The old man rocks on his porch, peering out across the bayou. Lightning bugs blink through the moss that drapes the trees. He takes a deep breath of the thick, humid air. Nothin’ like a lazy evening, taking in the deep blue of the post-sunset hours.
His lined face creases into a smile as he plucks out a halting tune on his old banjo. Won’t win any awards for technique, now, maybe, but the music is a comfort to him — and he doesn’t have much of any audience, anyway, ‘sides the frogs and the odd alligator drifting past. Oh Susanna, that’s a good tune. The melody spools out from the plucked strings.
The crickets sing along to his playing. After so many years lived in the wilds of Louisiana, the old man has come to appreciate how alive the bayou is. The air and water teem with critters, and he mostly gets along with them alright. Save for those pesky skeeters. He slaps one that’s landed on his arm, and a drop of blood blooms from it. He wipes his hand on his overalls.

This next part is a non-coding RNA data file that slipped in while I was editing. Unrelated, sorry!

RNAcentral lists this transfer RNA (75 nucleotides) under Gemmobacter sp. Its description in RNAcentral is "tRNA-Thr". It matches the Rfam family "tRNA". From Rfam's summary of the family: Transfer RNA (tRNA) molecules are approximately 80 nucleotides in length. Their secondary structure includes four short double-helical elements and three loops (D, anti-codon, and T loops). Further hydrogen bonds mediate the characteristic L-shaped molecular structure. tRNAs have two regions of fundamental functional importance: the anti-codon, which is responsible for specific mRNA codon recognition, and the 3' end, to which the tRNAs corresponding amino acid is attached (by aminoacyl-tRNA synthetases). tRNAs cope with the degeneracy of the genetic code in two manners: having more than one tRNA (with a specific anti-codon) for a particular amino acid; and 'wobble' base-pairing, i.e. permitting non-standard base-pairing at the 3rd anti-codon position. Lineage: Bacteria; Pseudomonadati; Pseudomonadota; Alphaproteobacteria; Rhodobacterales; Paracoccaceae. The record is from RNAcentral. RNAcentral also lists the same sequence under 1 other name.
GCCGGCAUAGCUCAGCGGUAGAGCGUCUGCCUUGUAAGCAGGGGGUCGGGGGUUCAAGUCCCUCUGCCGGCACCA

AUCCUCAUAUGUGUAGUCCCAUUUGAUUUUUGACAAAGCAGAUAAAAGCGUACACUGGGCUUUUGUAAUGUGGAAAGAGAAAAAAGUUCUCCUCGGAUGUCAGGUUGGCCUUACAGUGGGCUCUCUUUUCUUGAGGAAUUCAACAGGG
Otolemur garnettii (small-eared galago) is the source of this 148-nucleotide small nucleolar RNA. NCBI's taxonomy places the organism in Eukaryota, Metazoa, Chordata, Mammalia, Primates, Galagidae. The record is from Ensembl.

There’s a light moving off in the distance — the unmistakable glow of a lantern. He shakes his head in mild exasperation. Must be more foolish adventurers, sailing past his humble little shack, never to come back. ‘Leastwise, he never sees them return. Packed into their little boats, eyes wide, searching for buried gold or pirates or some such nonsense — he’s never been quite sure what all the fuss is about. Better to keep to the places you know, where you have a warm place to rest your head and the promise of freshly caught crawfish for dinner. It’s no good to wander off into the strange, dark places of the wilderness.
The sound of the frogs croaking their evening vespers is near deafening. He leans back in his chair and closes his eyes. It’s none of his concern, anyway. If squalls should come — they’ll just have to keep a weather eye out for themselves, won’t they?